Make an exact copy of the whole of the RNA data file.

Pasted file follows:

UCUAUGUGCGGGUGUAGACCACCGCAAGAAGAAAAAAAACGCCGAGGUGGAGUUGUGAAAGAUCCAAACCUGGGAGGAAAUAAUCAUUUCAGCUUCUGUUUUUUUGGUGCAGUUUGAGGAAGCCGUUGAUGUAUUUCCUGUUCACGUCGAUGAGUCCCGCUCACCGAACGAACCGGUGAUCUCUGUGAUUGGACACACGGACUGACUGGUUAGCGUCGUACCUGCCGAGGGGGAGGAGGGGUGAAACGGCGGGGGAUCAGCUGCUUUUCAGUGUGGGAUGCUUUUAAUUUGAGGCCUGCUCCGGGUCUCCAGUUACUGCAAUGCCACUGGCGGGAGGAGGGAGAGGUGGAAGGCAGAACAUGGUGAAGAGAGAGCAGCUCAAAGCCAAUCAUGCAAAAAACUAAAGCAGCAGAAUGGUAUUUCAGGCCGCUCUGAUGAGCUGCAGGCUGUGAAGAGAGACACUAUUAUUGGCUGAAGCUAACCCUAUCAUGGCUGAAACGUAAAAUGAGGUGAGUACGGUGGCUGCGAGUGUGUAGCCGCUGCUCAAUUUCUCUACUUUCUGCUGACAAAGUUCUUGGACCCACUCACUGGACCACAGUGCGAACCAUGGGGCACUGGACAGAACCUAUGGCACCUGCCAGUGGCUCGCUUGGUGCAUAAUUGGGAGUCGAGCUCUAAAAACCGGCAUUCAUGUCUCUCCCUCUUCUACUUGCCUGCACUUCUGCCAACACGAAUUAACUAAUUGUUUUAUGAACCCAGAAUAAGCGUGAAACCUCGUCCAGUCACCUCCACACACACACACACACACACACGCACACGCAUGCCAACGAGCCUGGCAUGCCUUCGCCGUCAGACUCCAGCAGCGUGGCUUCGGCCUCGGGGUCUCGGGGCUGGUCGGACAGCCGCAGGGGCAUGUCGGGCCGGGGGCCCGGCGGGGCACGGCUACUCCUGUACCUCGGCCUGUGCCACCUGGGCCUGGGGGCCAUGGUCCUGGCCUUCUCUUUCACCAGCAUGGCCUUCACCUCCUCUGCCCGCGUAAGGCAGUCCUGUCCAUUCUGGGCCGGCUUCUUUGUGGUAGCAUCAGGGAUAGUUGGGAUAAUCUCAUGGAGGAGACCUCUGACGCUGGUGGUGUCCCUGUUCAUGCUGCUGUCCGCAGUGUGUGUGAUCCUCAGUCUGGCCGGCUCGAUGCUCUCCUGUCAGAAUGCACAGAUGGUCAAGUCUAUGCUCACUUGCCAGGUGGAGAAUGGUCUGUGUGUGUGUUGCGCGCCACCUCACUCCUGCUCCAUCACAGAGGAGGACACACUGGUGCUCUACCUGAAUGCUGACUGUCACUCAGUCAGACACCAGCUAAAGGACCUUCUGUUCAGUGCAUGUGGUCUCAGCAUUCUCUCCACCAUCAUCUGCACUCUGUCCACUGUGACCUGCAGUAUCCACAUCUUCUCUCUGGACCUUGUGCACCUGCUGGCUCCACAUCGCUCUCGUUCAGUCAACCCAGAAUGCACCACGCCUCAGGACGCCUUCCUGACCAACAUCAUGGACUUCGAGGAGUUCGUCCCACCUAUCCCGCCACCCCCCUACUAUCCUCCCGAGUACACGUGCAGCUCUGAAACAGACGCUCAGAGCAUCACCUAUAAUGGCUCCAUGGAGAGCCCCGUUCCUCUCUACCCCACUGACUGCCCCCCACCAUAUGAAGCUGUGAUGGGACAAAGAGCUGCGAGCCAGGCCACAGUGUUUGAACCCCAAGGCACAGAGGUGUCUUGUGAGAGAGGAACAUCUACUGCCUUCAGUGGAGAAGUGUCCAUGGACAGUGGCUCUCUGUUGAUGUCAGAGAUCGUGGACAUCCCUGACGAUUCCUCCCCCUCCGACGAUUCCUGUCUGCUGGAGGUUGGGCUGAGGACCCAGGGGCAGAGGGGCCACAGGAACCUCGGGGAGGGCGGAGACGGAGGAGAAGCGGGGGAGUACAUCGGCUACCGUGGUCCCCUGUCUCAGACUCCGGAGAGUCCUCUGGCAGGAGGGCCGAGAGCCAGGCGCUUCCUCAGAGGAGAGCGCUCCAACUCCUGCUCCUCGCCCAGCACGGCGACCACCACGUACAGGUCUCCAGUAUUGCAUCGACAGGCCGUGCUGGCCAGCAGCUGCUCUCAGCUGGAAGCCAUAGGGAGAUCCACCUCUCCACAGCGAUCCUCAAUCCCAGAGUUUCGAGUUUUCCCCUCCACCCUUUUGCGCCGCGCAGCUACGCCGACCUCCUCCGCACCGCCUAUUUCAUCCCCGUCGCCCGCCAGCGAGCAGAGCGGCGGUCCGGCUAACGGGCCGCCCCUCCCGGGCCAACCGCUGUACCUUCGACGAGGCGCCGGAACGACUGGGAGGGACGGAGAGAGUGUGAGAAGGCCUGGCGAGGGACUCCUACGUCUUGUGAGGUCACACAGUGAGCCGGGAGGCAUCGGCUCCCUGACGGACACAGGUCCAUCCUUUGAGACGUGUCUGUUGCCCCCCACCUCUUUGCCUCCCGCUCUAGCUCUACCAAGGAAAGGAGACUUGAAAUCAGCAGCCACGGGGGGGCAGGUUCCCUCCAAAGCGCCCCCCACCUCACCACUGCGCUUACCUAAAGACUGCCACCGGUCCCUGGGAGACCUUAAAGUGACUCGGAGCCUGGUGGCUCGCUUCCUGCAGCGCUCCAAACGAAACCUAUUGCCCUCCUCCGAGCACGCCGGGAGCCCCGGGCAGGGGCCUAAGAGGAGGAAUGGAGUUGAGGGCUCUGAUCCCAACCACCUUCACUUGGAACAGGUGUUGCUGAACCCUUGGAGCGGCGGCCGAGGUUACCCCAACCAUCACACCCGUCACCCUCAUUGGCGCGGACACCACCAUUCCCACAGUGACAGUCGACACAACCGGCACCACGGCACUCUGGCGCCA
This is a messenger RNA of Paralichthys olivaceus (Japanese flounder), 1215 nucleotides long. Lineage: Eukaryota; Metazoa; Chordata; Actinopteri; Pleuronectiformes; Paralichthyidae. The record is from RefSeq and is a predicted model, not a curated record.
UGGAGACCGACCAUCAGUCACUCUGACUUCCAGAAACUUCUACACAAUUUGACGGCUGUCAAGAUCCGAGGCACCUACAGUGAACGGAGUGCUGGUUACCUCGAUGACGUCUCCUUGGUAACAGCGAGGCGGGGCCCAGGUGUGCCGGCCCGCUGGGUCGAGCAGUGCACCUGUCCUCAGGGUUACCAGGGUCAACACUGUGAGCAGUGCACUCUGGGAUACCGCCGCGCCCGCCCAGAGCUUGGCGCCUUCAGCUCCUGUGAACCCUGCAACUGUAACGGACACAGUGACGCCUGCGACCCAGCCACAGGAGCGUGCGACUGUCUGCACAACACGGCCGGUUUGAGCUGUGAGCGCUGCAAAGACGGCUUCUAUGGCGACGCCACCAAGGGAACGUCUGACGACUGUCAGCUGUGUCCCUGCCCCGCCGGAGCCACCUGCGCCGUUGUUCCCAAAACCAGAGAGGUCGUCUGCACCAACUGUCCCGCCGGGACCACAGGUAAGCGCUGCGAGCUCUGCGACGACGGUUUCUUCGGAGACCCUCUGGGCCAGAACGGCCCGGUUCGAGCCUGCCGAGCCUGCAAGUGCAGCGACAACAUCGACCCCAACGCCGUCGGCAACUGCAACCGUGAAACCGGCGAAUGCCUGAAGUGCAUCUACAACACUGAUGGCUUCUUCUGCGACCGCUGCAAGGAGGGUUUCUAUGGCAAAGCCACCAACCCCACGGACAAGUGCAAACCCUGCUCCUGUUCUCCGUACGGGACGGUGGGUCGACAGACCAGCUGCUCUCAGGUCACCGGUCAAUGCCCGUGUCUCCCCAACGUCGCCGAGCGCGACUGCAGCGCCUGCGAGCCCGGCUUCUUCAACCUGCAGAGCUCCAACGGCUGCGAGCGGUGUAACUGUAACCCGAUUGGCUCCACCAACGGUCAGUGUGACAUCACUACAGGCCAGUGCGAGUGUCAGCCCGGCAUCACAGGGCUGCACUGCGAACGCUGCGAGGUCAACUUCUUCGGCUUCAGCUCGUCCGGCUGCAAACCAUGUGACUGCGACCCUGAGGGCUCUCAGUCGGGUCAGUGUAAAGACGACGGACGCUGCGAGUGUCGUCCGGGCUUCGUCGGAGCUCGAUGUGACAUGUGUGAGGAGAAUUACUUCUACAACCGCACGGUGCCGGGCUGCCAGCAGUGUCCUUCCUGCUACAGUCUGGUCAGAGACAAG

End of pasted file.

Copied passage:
UCUAUGUGCGGGUGUAGACCACCGCAAGAAGAAAAAAAACGCCGAGGUGGAGUUGUGAAAGAUCCAAACCUGGGAGGAAAUAAUCAUUUCAGCUUCUGUUUUUUUGGUGCAGUUUGAGGAAGCCGUUGAUGUAUUUCCUGUUCACGUCGAUGAGUCCCGCUCACCGAACGAACCGGUGAUCUCUGUGAUUGGACACACGGACUGACUGGUUAGCGUCGUACCUGCCGAGGGGGAGGAGGGGUGAAACGGCGGGGGAUCAGCUGCUUUUCAGUGUGGGAUGCUUUUAAUUUGAGGCCUGCUCCGGGUCUCCAGUUACUGCAAUGCCACUGGCGGGAGGAGGGAGAGGUGGAAGGCAGAACAUGGUGAAGAGAGAGCAGCUCAAAGCCAAUCAUGCAAAAAACUAAAGCAGCAGAAUGGUAUUUCAGGCCGCUCUGAUGAGCUGCAGGCUGUGAAGAGAGACACUAUUAUUGGCUGAAGCUAACCCUAUCAUGGCUGAAACGUAAAAUGAGGUGAGUACGGUGGCUGCGAGUGUGUAGCCGCUGCUCAAUUUCUCUACUUUCUGCUGACAAAGUUCUUGGACCCACUCACUGGACCACAGUGCGAACCAUGGGGCACUGGACAGAACCUAUGGCACCUGCCAGUGGCUCGCUUGGUGCAUAAUUGGGAGUCGAGCUCUAAAAACCGGCAUUCAUGUCUCUCCCUCUUCUACUUGCCUGCACUUCUGCCAACACGAAUUAACUAAUUGUUUUAUGAACCCAGAAUAAGCGUGAAACCUCGUCCAGUCACCUCCACACACACACACACACACACACGCACACGCAUGCCAACGAGCCUGGCAUGCCUUCGCCGUCAGACUCCAGCAGCGUGGCUUCGGCCUCGGGGUCUCGGGGCUGGUCGGACAGCCGCAGGGGCAUGUCGGGCCGGGGGCCCGGCGGGGCACGGCUACUCCUGUACCUCGGCCUGUGCCACCUGGGCCUGGGGGCCAUGGUCCUGGCCUUCUCUUUCACCAGCAUGGCCUUCACCUCCUCUGCCCGCGUAAGGCAGUCCUGUCCAUUCUGGGCCGGCUUCUUUGUGGUAGCAUCAGGGAUAGUUGGGAUAAUCUCAUGGAGGAGACCUCUGACGCUGGUGGUGUCCCUGUUCAUGCUGCUGUCCGCAGUGUGUGUGAUCCUCAGUCUGGCCGGCUCGAUGCUCUCCUGUCAGAAUGCACAGAUGGUCAAGUCUAUGCUCACUUGCCAGGUGGAGAAUGGUCUGUGUGUGUGUUGCGCGCCACCUCACUCCUGCUCCAUCACAGAGGAGGACACACUGGUGCUCUACCUGAAUGCUGACUGUCACUCAGUCAGACACCAGCUAAAGGACCUUCUGUUCAGUGCAUGUGGUCUCAGCAUUCUCUCCACCAUCAUCUGCACUCUGUCCACUGUGACCUGCAGUAUCCACAUCUUCUCUCUGGACCUUGUGCACCUGCUGGCUCCACAUCGCUCUCGUUCAGUCAACCCAGAAUGCACCACGCCUCAGGACGCCUUCCUGACCAACAUCAUGGACUUCGAGGAGUUCGUCCCACCUAUCCCGCCACCCCCCUACUAUCCUCCCGAGUACACGUGCAGCUCUGAAACAGACGCUCAGAGCAUCACCUAUAAUGGCUCCAUGGAGAGCCCCGUUCCUCUCUACCCCACUGACUGCCCCCCACCAUAUGAAGCUGUGAUGGGACAAAGAGCUGCGAGCCAGGCCACAGUGUUUGAACCCCAAGGCACAGAGGUGUCUUGUGAGAGAGGAACAUCUACUGCCUUCAGUGGAGAAGUGUCCAUGGACAGUGGCUCUCUGUUGAUGUCAGAGAUCGUGGACAUCCCUGACGAUUCCUCCCCCUCCGACGAUUCCUGUCUGCUGGAGGUUGGGCUGAGGACCCAGGGGCAGAGGGGCCACAGGAACCUCGGGGAGGGCGGAGACGGAGGAGAAGCGGGGGAGUACAUCGGCUACCGUGGUCCCCUGUCUCAGACUCCGGAGAGUCCUCUGGCAGGAGGGCCGAGAGCCAGGCGCUUCCUCAGAGGAGAGCGCUCCAACUCCUGCUCCUCGCCCAGCACGGCGACCACCACGUACAGGUCUCCAGUAUUGCAUCGACAGGCCGUGCUGGCCAGCAGCUGCUCUCAGCUGGAAGCCAUAGGGAGAUCCACCUCUCCACAGCGAUCCUCAAUCCCAGAGUUUCGAGUUUUCCCCUCCACCCUUUUGCGCCGCGCAGCUACGCCGACCUCCUCCGCACCGCCUAUUUCAUCCCCGUCGCCCGCCAGCGAGCAGAGCGGCGGUCCGGCUAACGGGCCGCCCCUCCCGGGCCAACCGCUGUACCUUCGACGAGGCGCCGGAACGACUGGGAGGGACGGAGAGAGUGUGAGAAGGCCUGGCGAGGGACUCCUACGUCUUGUGAGGUCACACAGUGAGCCGGGAGGCAUCGGCUCCCUGACGGACACAGGUCCAUCCUUUGAGACGUGUCUGUUGCCCCCCACCUCUUUGCCUCCCGCUCUAGCUCUACCAAGGAAAGGAGACUUGAAAUCAGCAGCCACGGGGGGGCAGGUUCCCUCCAAAGCGCCCCCCACCUCACCACUGCGCUUACCUAAAGACUGCCACCGGUCCCUGGGAGACCUUAAAGUGACUCGGAGCCUGGUGGCUCGCUUCCUGCAGCGCUCCAAACGAAACCUAUUGCCCUCCUCCGAGCACGCCGGGAGCCCCGGGCAGGGGCCUAAGAGGAGGAAUGGAGUUGAGGGCUCUGAUCCCAACCACCUUCACUUGGAACAGGUGUUGCUGAACCCUUGGAGCGGCGGCCGAGGUUACCCCAACCAUCACACCCGUCACCCUCAUUGGCGCGGACACCACCAUUCCCACAGUGACAGUCGACACAACCGGCACCACGGCACUCUGGCGCCA
This is a messenger RNA of Paralichthys olivaceus (Japanese flounder), 1215 nucleotides long. Lineage: Eukaryota; Metazoa; Chordata; Actinopteri; Pleuronectiformes; Paralichthyidae. The record is from RefSeq and is a predicted model, not a curated record.
UGGAGACCGACCAUCAGUCACUCUGACUUCCAGAAACUUCUACACAAUUUGACGGCUGUCAAGAUCCGAGGCACCUACAGUGAACGGAGUGCUGGUUACCUCGAUGACGUCUCCUUGGUAACAGCGAGGCGGGGCCCAGGUGUGCCGGCCCGCUGGGUCGAGCAGUGCACCUGUCCUCAGGGUUACCAGGGUCAACACUGUGAGCAGUGCACUCUGGGAUACCGCCGCGCCCGCCCAGAGCUUGGCGCCUUCAGCUCCUGUGAACCCUGCAACUGUAACGGACACAGUGACGCCUGCGACCCAGCCACAGGAGCGUGCGACUGUCUGCACAACACGGCCGGUUUGAGCUGUGAGCGCUGCAAAGACGGCUUCUAUGGCGACGCCACCAAGGGAACGUCUGACGACUGUCAGCUGUGUCCCUGCCCCGCCGGAGCCACCUGCGCCGUUGUUCCCAAAACCAGAGAGGUCGUCUGCACCAACUGUCCCGCCGGGACCACAGGUAAGCGCUGCGAGCUCUGCGACGACGGUUUCUUCGGAGACCCUCUGGGCCAGAACGGCCCGGUUCGAGCCUGCCGAGCCUGCAAGUGCAGCGACAACAUCGACCCCAACGCCGUCGGCAACUGCAACCGUGAAACCGGCGAAUGCCUGAAGUGCAUCUACAACACUGAUGGCUUCUUCUGCGACCGCUGCAAGGAGGGUUUCUAUGGCAAAGCCACCAACCCCACGGACAAGUGCAAACCCUGCUCCUGUUCUCCGUACGGGACGGUGGGUCGACAGACCAGCUGCUCUCAGGUCACCGGUCAAUGCCCGUGUCUCCCCAACGUCGCCGAGCGCGACUGCAGCGCCUGCGAGCCCGGCUUCUUCAACCUGCAGAGCUCCAACGGCUGCGAGCGGUGUAACUGUAACCCGAUUGGCUCCACCAACGGUCAGUGUGACAUCACUACAGGCCAGUGCGAGUGUCAGCCCGGCAUCACAGGGCUGCACUGCGAACGCUGCGAGGUCAACUUCUUCGGCUUCAGCUCGUCCGGCUGCAAACCAUGUGACUGCGACCCUGAGGGCUCUCAGUCGGGUCAGUGUAAAGACGACGGACGCUGCGAGUGUCGUCCGGGCUUCGUCGGAGCUCGAUGUGACAUGUGUGAGGAGAAUUACUUCUACAACCGCACGGUGCCGGGCUGCCAGCAGUGUCCUUCCUGCUACAGUCUGGUCAGAGACAAG